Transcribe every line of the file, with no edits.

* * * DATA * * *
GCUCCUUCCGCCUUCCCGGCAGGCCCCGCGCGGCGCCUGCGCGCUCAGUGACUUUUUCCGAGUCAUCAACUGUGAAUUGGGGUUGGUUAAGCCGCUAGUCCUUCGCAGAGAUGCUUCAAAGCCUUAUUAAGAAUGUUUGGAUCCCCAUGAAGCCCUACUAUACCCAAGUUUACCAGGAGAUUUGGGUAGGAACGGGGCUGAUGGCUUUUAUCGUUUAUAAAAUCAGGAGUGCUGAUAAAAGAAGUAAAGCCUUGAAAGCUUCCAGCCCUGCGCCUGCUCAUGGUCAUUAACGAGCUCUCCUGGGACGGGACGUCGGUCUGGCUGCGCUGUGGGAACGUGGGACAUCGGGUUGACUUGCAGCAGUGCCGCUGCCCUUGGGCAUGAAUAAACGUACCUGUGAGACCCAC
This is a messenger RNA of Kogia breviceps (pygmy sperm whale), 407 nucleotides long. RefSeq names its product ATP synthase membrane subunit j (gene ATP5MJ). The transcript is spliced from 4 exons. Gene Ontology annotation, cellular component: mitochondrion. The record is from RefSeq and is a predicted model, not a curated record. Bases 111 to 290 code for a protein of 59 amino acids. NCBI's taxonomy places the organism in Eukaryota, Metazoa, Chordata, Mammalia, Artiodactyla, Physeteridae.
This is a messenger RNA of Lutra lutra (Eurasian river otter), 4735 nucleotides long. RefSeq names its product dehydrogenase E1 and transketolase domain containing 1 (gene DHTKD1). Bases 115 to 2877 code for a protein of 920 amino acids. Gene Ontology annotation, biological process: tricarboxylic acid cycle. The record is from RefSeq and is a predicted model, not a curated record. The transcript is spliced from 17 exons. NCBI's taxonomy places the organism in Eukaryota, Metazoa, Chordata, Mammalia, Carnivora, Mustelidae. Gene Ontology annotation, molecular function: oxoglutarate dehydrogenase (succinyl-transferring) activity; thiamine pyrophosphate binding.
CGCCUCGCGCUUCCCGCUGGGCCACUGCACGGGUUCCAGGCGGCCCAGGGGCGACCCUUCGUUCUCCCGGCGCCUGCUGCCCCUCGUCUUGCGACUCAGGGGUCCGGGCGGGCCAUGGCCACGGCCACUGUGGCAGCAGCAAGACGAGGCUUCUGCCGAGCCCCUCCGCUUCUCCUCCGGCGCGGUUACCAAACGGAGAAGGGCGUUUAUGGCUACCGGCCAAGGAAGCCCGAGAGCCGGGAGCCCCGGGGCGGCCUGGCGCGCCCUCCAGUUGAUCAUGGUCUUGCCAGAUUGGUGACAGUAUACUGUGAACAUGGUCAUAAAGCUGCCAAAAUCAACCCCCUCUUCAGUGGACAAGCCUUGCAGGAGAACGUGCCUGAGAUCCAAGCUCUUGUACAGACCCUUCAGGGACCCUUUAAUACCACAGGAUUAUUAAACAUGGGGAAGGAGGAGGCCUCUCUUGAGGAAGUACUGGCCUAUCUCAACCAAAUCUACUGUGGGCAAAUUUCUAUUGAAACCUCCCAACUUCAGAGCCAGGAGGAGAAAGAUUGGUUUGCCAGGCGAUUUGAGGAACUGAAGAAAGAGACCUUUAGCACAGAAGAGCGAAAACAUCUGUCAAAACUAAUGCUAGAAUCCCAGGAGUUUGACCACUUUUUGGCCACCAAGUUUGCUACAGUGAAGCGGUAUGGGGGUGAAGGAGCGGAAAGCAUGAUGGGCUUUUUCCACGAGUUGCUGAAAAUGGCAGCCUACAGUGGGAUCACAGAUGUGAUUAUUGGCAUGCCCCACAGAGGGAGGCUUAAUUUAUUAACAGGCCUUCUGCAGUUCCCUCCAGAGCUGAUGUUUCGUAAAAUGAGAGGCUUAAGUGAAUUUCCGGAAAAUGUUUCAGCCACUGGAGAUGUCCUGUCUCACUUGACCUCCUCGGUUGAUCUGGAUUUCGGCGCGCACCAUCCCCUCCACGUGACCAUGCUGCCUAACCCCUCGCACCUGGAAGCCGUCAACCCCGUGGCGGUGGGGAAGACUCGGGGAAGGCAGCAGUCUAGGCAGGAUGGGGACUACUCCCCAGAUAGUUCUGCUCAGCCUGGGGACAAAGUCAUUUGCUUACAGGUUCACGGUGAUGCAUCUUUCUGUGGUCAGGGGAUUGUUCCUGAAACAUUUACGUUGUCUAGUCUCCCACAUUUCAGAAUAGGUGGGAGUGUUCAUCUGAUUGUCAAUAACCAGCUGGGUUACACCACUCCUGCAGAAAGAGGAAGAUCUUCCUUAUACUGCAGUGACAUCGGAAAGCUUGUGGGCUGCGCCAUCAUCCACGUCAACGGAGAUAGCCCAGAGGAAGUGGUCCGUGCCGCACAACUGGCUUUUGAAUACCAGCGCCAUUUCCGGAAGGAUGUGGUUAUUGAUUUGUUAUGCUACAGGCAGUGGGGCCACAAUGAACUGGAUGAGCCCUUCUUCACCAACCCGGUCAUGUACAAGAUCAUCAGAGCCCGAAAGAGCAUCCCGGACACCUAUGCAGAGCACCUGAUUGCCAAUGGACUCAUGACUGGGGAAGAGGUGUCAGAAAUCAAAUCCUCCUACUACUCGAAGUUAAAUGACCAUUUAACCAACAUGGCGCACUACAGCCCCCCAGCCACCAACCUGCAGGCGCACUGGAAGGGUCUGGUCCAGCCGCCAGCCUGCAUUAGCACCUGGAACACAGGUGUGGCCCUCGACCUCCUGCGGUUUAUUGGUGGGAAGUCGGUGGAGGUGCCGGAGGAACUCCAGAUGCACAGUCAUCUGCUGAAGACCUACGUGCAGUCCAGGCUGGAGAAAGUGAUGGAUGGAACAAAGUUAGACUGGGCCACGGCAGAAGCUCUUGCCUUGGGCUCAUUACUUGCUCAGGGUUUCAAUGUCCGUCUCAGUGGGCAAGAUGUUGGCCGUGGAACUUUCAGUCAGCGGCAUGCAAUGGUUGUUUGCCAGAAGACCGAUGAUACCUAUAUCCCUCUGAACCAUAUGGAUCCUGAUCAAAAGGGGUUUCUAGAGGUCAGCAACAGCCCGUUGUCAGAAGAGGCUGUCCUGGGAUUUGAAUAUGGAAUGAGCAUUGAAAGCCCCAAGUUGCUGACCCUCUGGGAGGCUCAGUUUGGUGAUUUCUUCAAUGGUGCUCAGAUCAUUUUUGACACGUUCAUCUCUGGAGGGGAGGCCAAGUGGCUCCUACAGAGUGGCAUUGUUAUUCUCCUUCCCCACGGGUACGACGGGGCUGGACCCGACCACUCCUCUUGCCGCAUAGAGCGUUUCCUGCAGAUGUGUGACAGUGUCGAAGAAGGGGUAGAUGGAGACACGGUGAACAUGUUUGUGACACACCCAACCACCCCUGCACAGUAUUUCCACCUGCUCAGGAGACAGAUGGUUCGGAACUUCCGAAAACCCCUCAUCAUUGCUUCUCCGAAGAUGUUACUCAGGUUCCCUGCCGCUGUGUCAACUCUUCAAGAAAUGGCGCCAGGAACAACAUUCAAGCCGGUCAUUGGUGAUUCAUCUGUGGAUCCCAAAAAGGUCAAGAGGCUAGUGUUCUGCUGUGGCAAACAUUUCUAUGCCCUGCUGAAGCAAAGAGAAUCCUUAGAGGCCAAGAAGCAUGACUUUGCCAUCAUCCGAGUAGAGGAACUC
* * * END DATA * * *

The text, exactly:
GCUCCUUCCGCCUUCCCGGCAGGCCCCGCGCGGCGCCUGCGCGCUCAGUGACUUUUUCCGAGUCAUCAACUGUGAAUUGGGGUUGGUUAAGCCGCUAGUCCUUCGCAGAGAUGCUUCAAAGCCUUAUUAAGAAUGUUUGGAUCCCCAUGAAGCCCUACUAUACCCAAGUUUACCAGGAGAUUUGGGUAGGAACGGGGCUGAUGGCUUUUAUCGUUUAUAAAAUCAGGAGUGCUGAUAAAAGAAGUAAAGCCUUGAAAGCUUCCAGCCCUGCGCCUGCUCAUGGUCAUUAACGAGCUCUCCUGGGACGGGACGUCGGUCUGGCUGCGCUGUGGGAACGUGGGACAUCGGGUUGACUUGCAGCAGUGCCGCUGCCCUUGGGCAUGAAUAAACGUACCUGUGAGACCCAC
This is a messenger RNA of Kogia breviceps (pygmy sperm whale), 407 nucleotides long. RefSeq names its product ATP synthase membrane subunit j (gene ATP5MJ). The transcript is spliced from 4 exons. Gene Ontology annotation, cellular component: mitochondrion. The record is from RefSeq and is a predicted model, not a curated record. Bases 111 to 290 code for a protein of 59 amino acids. NCBI's taxonomy places the organism in Eukaryota, Metazoa, Chordata, Mammalia, Artiodactyla, Physeteridae.
This is a messenger RNA of Lutra lutra (Eurasian river otter), 4735 nucleotides long. RefSeq names its product dehydrogenase E1 and transketolase domain containing 1 (gene DHTKD1). Bases 115 to 2877 code for a protein of 920 amino acids. Gene Ontology annotation, biological process: tricarboxylic acid cycle. The record is from RefSeq and is a predicted model, not a curated record. The transcript is spliced from 17 exons. NCBI's taxonomy places the organism in Eukaryota, Metazoa, Chordata, Mammalia, Carnivora, Mustelidae. Gene Ontology annotation, molecular function: oxoglutarate dehydrogenase (succinyl-transferring) activity; thiamine pyrophosphate binding.
CGCCUCGCGCUUCCCGCUGGGCCACUGCACGGGUUCCAGGCGGCCCAGGGGCGACCCUUCGUUCUCCCGGCGCCUGCUGCCCCUCGUCUUGCGACUCAGGGGUCCGGGCGGGCCAUGGCCACGGCCACUGUGGCAGCAGCAAGACGAGGCUUCUGCCGAGCCCCUCCGCUUCUCCUCCGGCGCGGUUACCAAACGGAGAAGGGCGUUUAUGGCUACCGGCCAAGGAAGCCCGAGAGCCGGGAGCCCCGGGGCGGCCUGGCGCGCCCUCCAGUUGAUCAUGGUCUUGCCAGAUUGGUGACAGUAUACUGUGAACAUGGUCAUAAAGCUGCCAAAAUCAACCCCCUCUUCAGUGGACAAGCCUUGCAGGAGAACGUGCCUGAGAUCCAAGCUCUUGUACAGACCCUUCAGGGACCCUUUAAUACCACAGGAUUAUUAAACAUGGGGAAGGAGGAGGCCUCUCUUGAGGAAGUACUGGCCUAUCUCAACCAAAUCUACUGUGGGCAAAUUUCUAUUGAAACCUCCCAACUUCAGAGCCAGGAGGAGAAAGAUUGGUUUGCCAGGCGAUUUGAGGAACUGAAGAAAGAGACCUUUAGCACAGAAGAGCGAAAACAUCUGUCAAAACUAAUGCUAGAAUCCCAGGAGUUUGACCACUUUUUGGCCACCAAGUUUGCUACAGUGAAGCGGUAUGGGGGUGAAGGAGCGGAAAGCAUGAUGGGCUUUUUCCACGAGUUGCUGAAAAUGGCAGCCUACAGUGGGAUCACAGAUGUGAUUAUUGGCAUGCCCCACAGAGGGAGGCUUAAUUUAUUAACAGGCCUUCUGCAGUUCCCUCCAGAGCUGAUGUUUCGUAAAAUGAGAGGCUUAAGUGAAUUUCCGGAAAAUGUUUCAGCCACUGGAGAUGUCCUGUCUCACUUGACCUCCUCGGUUGAUCUGGAUUUCGGCGCGCACCAUCCCCUCCACGUGACCAUGCUGCCUAACCCCUCGCACCUGGAAGCCGUCAACCCCGUGGCGGUGGGGAAGACUCGGGGAAGGCAGCAGUCUAGGCAGGAUGGGGACUACUCCCCAGAUAGUUCUGCUCAGCCUGGGGACAAAGUCAUUUGCUUACAGGUUCACGGUGAUGCAUCUUUCUGUGGUCAGGGGAUUGUUCCUGAAACAUUUACGUUGUCUAGUCUCCCACAUUUCAGAAUAGGUGGGAGUGUUCAUCUGAUUGUCAAUAACCAGCUGGGUUACACCACUCCUGCAGAAAGAGGAAGAUCUUCCUUAUACUGCAGUGACAUCGGAAAGCUUGUGGGCUGCGCCAUCAUCCACGUCAACGGAGAUAGCCCAGAGGAAGUGGUCCGUGCCGCACAACUGGCUUUUGAAUACCAGCGCCAUUUCCGGAAGGAUGUGGUUAUUGAUUUGUUAUGCUACAGGCAGUGGGGCCACAAUGAACUGGAUGAGCCCUUCUUCACCAACCCGGUCAUGUACAAGAUCAUCAGAGCCCGAAAGAGCAUCCCGGACACCUAUGCAGAGCACCUGAUUGCCAAUGGACUCAUGACUGGGGAAGAGGUGUCAGAAAUCAAAUCCUCCUACUACUCGAAGUUAAAUGACCAUUUAACCAACAUGGCGCACUACAGCCCCCCAGCCACCAACCUGCAGGCGCACUGGAAGGGUCUGGUCCAGCCGCCAGCCUGCAUUAGCACCUGGAACACAGGUGUGGCCCUCGACCUCCUGCGGUUUAUUGGUGGGAAGUCGGUGGAGGUGCCGGAGGAACUCCAGAUGCACAGUCAUCUGCUGAAGACCUACGUGCAGUCCAGGCUGGAGAAAGUGAUGGAUGGAACAAAGUUAGACUGGGCCACGGCAGAAGCUCUUGCCUUGGGCUCAUUACUUGCUCAGGGUUUCAAUGUCCGUCUCAGUGGGCAAGAUGUUGGCCGUGGAACUUUCAGUCAGCGGCAUGCAAUGGUUGUUUGCCAGAAGACCGAUGAUACCUAUAUCCCUCUGAACCAUAUGGAUCCUGAUCAAAAGGGGUUUCUAGAGGUCAGCAACAGCCCGUUGUCAGAAGAGGCUGUCCUGGGAUUUGAAUAUGGAAUGAGCAUUGAAAGCCCCAAGUUGCUGACCCUCUGGGAGGCUCAGUUUGGUGAUUUCUUCAAUGGUGCUCAGAUCAUUUUUGACACGUUCAUCUCUGGAGGGGAGGCCAAGUGGCUCCUACAGAGUGGCAUUGUUAUUCUCCUUCCCCACGGGUACGACGGGGCUGGACCCGACCACUCCUCUUGCCGCAUAGAGCGUUUCCUGCAGAUGUGUGACAGUGUCGAAGAAGGGGUAGAUGGAGACACGGUGAACAUGUUUGUGACACACCCAACCACCCCUGCACAGUAUUUCCACCUGCUCAGGAGACAGAUGGUUCGGAACUUCCGAAAACCCCUCAUCAUUGCUUCUCCGAAGAUGUUACUCAGGUUCCCUGCCGCUGUGUCAACUCUUCAAGAAAUGGCGCCAGGAACAACAUUCAAGCCGGUCAUUGGUGAUUCAUCUGUGGAUCCCAAAAAGGUCAAGAGGCUAGUGUUCUGCUGUGGCAAACAUUUCUAUGCCCUGCUGAAGCAAAGAGAAUCCUUAGAGGCCAAGAAGCAUGACUUUGCCAUCAUCCGAGUAGAGGAACUC